Owner Richard E. Jacobs, who had helped usher in both a new ballpark and a new winning culture in Cleveland, sold the team in February to Larry Dolan and his family. Longtime hitting coach Charlie Manuel was hired to replace Mike Hargrove. The Indians and their fans still expected to compete for a championship, but it was about to be a lot harder than years past.
Despite posting his lowest marks in batting average (.269) and OPS (.929) in six years, Thome still had 106 RBIs and 37 home runs, including the 200th of his career on Apr. 15.
With the Tribe struggling into June, Dolan and the front office made the difficult decision to start taking the team apart, trading sluggers David Justice and Richie Sexson. The club was also ravaged by injuries (including staff stalwart Charles Nagy), and by Aug. 2 was just a game over .500 and 11.5 games behind the Chicago White Sox, who would break a string of five straight Central division titles won by Cleveland.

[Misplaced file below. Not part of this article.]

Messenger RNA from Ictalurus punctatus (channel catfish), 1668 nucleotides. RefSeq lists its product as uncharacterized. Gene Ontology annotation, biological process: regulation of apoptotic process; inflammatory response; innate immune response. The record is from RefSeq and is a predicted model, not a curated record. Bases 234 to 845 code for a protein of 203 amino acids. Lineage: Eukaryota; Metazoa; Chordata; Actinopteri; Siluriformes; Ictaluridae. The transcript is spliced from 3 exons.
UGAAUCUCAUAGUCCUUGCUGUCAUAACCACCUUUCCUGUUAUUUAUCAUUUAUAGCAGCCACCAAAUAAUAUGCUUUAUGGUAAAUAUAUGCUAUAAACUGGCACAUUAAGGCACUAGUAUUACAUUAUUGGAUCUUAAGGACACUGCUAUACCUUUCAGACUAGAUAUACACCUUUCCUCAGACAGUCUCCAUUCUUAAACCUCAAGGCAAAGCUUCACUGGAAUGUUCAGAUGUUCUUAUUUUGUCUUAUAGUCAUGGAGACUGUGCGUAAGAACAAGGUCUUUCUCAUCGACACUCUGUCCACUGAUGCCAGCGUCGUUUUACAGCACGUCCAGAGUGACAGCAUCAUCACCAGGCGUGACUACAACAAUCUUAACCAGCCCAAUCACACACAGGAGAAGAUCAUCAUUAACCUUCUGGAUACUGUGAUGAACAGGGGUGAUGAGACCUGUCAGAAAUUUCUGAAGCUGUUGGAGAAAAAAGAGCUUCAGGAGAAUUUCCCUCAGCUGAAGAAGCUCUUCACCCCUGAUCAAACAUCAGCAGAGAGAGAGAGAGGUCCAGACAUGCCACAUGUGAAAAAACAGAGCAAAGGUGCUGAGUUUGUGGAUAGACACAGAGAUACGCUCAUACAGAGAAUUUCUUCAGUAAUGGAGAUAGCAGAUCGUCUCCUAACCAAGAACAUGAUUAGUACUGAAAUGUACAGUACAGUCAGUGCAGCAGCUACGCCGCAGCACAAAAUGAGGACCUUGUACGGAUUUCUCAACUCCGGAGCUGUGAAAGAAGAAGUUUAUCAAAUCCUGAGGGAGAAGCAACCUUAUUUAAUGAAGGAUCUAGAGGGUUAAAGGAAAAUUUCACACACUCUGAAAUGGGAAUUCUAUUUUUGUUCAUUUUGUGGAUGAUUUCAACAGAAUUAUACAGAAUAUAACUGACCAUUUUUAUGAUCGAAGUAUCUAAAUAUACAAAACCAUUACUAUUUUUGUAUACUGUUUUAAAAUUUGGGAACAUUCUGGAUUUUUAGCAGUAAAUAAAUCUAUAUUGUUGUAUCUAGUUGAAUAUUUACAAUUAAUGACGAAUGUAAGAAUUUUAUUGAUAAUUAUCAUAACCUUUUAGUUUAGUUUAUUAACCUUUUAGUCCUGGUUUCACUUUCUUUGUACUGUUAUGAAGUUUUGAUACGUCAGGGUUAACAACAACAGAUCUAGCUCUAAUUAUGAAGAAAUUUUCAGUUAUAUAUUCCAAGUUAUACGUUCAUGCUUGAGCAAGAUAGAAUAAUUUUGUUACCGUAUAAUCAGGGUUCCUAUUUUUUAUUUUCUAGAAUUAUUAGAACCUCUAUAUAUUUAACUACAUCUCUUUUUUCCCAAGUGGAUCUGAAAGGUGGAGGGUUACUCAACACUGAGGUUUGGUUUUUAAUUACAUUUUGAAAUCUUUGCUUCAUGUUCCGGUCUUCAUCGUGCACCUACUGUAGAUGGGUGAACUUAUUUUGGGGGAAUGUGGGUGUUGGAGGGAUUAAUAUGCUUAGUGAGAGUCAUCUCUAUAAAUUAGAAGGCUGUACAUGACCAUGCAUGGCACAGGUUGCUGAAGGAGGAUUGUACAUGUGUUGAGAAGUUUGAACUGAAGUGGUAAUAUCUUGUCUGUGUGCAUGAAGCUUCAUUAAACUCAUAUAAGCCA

Still, the Indians had a shot at the playoffs thanks to the American League wild card spot, and suddenly went on a tear. One moment that signaled the turnaround came from Thome himself: A two-run, walk off homer to beat the Anaheim Angels on Aug. 4.
The Tribe went 38-21 down the stretch, and found themselves in a heated battle with the Seattle Mariners and Oakland Athletics for the wild card. Thome was quintessentially clutch during the final homestand, hitting .357 with four home runs. Cleveland swept the Toronto Blue Jays to end the year, but unfortunately, it wasn't enough, and they missed the postseason by just one game. Many feel that, with the way they were playing, they could have made a deep playoff run.
An all-time great, and a last hurrah
More changes came with the departure of fan-favorites Sandy Alomar Jr. and Manny Ramirez via free agency. Charles Nagy was also on his last legs, going just 5-6 with a 6.40 ERA. The additions of veterans like Juan Gonzalez and Ellis Burks along with young stars like CC Sabathia meant the Indians would still be a contender, but a vastly different one.
A constant, still, was Thome, and the 31-year-old had a stellar year with career highs in home runs (49) and RBIs (124). On May 29, he forever etched his name into Cleveland baseball lore with his 243rd homer, passing Albert Belle for the most in Tribe history.